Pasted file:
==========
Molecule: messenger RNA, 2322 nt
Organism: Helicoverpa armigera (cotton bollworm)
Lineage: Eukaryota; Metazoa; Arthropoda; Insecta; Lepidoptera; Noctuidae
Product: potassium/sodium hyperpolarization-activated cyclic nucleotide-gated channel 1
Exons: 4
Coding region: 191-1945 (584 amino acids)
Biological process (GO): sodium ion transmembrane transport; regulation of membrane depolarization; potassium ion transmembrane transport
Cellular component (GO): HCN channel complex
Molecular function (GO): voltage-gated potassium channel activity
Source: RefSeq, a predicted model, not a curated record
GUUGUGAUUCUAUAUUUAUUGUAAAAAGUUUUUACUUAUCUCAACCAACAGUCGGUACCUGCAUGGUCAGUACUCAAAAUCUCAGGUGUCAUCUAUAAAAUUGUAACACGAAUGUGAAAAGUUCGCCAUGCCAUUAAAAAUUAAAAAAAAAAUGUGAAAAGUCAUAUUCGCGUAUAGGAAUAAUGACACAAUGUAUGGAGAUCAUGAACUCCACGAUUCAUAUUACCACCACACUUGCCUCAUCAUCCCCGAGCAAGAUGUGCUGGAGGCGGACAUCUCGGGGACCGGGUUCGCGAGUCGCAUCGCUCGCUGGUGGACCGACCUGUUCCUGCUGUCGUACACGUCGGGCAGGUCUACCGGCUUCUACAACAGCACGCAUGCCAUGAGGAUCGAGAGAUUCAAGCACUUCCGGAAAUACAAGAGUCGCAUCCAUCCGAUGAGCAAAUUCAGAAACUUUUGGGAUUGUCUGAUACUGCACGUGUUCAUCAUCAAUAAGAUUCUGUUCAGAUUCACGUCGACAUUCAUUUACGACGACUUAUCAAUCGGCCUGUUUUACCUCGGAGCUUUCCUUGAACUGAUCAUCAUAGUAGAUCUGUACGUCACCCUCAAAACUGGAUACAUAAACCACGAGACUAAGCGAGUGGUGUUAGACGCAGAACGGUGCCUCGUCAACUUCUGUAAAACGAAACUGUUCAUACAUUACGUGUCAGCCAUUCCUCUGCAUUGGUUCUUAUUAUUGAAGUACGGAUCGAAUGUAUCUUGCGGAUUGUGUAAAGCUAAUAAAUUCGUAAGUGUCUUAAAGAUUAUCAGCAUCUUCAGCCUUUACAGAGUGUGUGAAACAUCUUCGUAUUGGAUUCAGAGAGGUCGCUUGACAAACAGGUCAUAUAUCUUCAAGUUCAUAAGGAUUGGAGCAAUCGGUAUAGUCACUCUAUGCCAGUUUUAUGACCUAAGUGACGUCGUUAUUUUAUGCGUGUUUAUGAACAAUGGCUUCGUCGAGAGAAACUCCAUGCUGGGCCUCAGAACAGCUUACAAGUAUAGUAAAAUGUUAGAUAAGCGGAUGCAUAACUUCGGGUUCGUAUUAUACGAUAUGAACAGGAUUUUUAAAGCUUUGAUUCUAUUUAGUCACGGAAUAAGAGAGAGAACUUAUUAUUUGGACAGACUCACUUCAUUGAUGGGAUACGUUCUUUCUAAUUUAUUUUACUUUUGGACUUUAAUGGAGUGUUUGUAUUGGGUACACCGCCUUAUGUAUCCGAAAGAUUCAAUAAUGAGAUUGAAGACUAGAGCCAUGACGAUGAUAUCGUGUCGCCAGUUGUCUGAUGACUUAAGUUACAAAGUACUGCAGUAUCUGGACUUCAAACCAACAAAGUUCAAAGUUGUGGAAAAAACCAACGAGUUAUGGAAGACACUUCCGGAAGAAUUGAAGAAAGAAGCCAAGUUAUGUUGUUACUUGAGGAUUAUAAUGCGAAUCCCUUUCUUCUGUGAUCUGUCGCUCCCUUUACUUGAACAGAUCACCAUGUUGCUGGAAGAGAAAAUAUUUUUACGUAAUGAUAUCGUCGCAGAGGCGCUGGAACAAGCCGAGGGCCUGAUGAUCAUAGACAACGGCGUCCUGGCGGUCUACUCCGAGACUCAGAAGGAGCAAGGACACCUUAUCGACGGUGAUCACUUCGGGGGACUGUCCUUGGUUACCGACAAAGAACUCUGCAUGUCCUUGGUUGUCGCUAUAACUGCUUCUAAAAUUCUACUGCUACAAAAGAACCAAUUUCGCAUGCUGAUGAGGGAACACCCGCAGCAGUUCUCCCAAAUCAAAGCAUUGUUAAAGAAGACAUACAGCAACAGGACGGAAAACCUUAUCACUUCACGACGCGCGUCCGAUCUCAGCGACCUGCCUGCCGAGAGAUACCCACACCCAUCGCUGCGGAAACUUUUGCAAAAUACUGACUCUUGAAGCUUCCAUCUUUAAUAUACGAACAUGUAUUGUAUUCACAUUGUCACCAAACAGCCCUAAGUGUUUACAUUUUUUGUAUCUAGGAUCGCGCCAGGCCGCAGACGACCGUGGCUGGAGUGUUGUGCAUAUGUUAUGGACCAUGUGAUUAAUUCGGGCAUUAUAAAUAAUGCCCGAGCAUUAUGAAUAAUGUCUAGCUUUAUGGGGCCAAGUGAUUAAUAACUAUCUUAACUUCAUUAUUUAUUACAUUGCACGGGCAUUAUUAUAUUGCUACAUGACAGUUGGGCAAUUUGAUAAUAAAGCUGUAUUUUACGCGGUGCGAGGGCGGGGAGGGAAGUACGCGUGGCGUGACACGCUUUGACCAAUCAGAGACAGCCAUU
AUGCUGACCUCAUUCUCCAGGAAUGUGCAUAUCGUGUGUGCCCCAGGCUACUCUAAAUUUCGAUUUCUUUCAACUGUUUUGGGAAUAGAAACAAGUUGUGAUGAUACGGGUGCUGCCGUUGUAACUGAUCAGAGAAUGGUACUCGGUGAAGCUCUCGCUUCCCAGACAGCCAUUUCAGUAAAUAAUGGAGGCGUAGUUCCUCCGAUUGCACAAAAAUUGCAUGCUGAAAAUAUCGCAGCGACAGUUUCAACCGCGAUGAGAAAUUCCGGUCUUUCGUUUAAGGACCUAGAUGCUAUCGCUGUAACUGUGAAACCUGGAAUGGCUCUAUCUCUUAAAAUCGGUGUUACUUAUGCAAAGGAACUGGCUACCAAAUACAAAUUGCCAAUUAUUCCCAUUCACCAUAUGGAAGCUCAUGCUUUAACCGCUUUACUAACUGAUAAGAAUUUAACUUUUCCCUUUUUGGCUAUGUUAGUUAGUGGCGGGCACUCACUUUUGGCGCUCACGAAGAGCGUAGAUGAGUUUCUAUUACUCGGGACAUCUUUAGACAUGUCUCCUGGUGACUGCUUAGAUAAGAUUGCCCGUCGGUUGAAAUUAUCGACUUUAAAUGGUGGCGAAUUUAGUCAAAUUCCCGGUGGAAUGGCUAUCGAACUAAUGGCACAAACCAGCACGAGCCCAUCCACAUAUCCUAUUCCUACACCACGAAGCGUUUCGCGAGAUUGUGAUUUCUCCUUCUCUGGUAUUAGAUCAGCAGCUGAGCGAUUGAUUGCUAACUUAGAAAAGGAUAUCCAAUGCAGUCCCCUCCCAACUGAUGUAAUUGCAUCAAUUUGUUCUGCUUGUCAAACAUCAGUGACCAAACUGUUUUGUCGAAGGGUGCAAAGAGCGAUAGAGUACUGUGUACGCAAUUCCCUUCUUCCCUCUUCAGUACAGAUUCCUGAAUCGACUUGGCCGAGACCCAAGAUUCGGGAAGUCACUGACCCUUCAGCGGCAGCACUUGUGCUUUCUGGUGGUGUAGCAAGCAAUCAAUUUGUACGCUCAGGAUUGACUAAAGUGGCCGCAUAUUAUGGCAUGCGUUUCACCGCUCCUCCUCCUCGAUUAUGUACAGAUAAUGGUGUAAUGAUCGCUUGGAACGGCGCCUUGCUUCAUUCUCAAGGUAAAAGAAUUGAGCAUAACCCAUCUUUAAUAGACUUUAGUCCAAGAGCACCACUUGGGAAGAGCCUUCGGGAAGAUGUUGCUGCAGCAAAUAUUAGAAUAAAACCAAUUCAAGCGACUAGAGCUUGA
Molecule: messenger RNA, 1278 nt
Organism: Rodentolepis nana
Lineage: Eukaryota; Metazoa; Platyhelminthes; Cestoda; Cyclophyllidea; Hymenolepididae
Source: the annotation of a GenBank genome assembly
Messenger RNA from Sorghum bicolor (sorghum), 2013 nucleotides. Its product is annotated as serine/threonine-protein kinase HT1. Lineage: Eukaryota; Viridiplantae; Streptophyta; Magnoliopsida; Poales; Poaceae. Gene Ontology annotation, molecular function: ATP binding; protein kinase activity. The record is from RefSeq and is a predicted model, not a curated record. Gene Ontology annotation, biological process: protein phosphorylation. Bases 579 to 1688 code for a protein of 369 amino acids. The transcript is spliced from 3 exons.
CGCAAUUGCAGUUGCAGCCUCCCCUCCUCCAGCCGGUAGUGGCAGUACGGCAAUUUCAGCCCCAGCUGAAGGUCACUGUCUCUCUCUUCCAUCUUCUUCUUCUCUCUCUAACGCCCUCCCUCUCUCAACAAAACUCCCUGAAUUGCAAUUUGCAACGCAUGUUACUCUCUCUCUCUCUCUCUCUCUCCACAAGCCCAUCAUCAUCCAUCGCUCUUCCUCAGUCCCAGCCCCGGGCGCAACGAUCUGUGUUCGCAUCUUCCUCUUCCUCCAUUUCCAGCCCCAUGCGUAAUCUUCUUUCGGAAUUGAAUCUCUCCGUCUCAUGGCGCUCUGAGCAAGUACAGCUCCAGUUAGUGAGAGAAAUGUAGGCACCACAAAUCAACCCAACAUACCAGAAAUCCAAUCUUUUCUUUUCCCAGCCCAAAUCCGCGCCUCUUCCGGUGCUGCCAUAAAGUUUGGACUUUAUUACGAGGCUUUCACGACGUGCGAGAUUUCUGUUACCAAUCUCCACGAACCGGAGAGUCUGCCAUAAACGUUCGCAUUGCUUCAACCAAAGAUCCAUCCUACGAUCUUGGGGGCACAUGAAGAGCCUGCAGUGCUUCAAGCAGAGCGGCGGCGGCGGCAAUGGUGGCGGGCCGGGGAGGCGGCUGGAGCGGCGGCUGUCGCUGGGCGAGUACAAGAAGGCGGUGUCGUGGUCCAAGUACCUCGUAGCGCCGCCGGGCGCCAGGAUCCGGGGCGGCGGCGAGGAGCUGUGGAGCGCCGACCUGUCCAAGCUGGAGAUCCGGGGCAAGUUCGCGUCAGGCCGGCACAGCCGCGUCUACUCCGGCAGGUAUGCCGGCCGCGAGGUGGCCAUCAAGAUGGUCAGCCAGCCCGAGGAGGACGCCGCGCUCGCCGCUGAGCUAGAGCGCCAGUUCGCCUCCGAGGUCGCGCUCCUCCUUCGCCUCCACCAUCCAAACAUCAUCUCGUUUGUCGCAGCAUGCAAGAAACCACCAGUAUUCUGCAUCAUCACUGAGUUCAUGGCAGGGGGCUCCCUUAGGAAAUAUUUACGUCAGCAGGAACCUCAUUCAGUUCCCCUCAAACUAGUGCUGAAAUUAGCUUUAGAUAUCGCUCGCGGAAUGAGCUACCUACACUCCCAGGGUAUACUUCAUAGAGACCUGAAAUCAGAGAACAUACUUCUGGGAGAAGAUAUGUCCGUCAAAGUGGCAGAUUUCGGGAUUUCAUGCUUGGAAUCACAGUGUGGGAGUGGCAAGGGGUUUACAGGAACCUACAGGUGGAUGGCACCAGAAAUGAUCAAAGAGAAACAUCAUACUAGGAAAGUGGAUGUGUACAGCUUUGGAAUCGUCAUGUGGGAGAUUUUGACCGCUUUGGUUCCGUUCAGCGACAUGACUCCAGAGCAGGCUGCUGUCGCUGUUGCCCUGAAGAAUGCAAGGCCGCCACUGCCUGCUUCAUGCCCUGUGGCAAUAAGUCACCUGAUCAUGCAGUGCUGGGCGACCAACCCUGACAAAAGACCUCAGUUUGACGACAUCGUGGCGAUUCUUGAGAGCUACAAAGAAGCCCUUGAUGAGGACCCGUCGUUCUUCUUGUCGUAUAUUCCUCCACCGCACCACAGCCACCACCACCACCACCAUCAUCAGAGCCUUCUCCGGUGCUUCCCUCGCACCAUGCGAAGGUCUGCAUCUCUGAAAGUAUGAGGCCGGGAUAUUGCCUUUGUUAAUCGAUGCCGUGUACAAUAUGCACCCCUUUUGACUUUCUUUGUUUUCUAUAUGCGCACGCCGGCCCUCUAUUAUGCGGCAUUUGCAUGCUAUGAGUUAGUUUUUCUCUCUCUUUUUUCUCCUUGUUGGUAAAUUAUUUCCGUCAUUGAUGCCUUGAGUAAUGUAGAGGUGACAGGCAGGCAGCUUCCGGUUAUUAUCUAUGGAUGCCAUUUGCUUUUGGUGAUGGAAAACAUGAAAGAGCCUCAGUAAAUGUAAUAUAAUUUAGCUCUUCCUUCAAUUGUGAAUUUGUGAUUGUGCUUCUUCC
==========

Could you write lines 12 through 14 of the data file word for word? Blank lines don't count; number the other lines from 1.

AUGCUGACCUCAUUCUCCAGGAAUGUGCAUAUCGUGUGUGCCCCAGGCUACUCUAAAUUUCGAUUUCUUUCAACUGUUUUGGGAAUAGAAACAAGUUGUGAUGAUACGGGUGCUGCCGUUGUAACUGAUCAGAGAAUGGUACUCGGUGAAGCUCUCGCUUCCCAGACAGCCAUUUCAGUAAAUAAUGGAGGCGUAGUUCCUCCGAUUGCACAAAAAUUGCAUGCUGAAAAUAUCGCAGCGACAGUUUCAACCGCGAUGAGAAAUUCCGGUCUUUCGUUUAAGGACCUAGAUGCUAUCGCUGUAACUGUGAAACCUGGAAUGGCUCUAUCUCUUAAAAUCGGUGUUACUUAUGCAAAGGAACUGGCUACCAAAUACAAAUUGCCAAUUAUUCCCAUUCACCAUAUGGAAGCUCAUGCUUUAACCGCUUUACUAACUGAUAAGAAUUUAACUUUUCCCUUUUUGGCUAUGUUAGUUAGUGGCGGGCACUCACUUUUGGCGCUCACGAAGAGCGUAGAUGAGUUUCUAUUACUCGGGACAUCUUUAGACAUGUCUCCUGGUGACUGCUUAGAUAAGAUUGCCCGUCGGUUGAAAUUAUCGACUUUAAAUGGUGGCGAAUUUAGUCAAAUUCCCGGUGGAAUGGCUAUCGAACUAAUGGCACAAACCAGCACGAGCCCAUCCACAUAUCCUAUUCCUACACCACGAAGCGUUUCGCGAGAUUGUGAUUUCUCCUUCUCUGGUAUUAGAUCAGCAGCUGAGCGAUUGAUUGCUAACUUAGAAAAGGAUAUCCAAUGCAGUCCCCUCCCAACUGAUGUAAUUGCAUCAAUUUGUUCUGCUUGUCAAACAUCAGUGACCAAACUGUUUUGUCGAAGGGUGCAAAGAGCGAUAGAGUACUGUGUACGCAAUUCCCUUCUUCCCUCUUCAGUACAGAUUCCUGAAUCGACUUGGCCGAGACCCAAGAUUCGGGAAGUCACUGACCCUUCAGCGGCAGCACUUGUGCUUUCUGGUGGUGUAGCAAGCAAUCAAUUUGUACGCUCAGGAUUGACUAAAGUGGCCGCAUAUUAUGGCAUGCGUUUCACCGCUCCUCCUCCUCGAUUAUGUACAGAUAAUGGUGUAAUGAUCGCUUGGAACGGCGCCUUGCUUCAUUCUCAAGGUAAAAGAAUUGAGCAUAACCCAUCUUUAAUAGACUUUAGUCCAAGAGCACCACUUGGGAAGAGCCUUCGGGAAGAUGUUGCUGCAGCAAAUAUUAGAAUAAAACCAAUUCAAGCGACUAGAGCUUGA
Molecule: messenger RNA, 1278 nt
Organism: Rodentolepis nana